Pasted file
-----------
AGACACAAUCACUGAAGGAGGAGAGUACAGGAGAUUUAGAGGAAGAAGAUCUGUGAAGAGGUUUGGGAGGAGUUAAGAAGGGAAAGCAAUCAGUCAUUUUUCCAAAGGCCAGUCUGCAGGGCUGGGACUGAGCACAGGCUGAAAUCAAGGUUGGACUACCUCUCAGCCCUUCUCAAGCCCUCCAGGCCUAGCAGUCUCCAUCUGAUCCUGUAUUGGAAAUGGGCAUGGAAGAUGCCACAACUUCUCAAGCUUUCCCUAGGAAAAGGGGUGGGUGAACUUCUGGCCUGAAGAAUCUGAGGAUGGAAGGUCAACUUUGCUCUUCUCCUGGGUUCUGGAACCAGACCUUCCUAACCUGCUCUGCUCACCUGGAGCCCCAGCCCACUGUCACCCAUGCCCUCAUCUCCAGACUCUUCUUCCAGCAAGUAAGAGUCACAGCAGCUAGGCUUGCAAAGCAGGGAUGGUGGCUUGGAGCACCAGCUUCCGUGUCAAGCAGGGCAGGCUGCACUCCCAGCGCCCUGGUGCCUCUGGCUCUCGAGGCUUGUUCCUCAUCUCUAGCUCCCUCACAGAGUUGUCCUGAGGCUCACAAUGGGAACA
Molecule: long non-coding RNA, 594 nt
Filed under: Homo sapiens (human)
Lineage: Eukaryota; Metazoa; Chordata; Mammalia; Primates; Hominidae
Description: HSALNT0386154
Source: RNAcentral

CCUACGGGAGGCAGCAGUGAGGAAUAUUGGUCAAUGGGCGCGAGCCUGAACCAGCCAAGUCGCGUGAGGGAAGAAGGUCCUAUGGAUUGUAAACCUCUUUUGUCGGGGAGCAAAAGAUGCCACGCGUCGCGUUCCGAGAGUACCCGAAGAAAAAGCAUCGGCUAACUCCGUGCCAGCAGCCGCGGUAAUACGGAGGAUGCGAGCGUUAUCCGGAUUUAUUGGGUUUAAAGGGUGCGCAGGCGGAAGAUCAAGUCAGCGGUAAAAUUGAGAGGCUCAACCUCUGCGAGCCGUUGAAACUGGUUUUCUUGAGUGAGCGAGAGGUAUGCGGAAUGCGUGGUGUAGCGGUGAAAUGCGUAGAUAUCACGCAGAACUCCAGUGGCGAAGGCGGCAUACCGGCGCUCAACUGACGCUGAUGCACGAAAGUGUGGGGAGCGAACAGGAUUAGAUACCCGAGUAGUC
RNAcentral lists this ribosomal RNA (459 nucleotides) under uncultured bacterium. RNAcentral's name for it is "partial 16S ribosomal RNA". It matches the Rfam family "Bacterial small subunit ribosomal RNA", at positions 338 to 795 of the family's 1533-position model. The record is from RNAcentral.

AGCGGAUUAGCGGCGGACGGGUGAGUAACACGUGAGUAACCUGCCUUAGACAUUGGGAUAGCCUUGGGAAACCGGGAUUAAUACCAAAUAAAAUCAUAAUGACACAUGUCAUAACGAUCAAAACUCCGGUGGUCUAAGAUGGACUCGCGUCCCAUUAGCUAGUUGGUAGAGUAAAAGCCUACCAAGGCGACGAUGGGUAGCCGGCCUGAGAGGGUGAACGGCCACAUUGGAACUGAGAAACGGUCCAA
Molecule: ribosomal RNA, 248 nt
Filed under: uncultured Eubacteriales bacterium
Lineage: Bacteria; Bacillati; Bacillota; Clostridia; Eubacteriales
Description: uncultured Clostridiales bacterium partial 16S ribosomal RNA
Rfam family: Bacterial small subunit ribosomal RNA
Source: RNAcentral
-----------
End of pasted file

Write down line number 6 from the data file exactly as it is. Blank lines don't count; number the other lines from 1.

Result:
Source: RNAcentral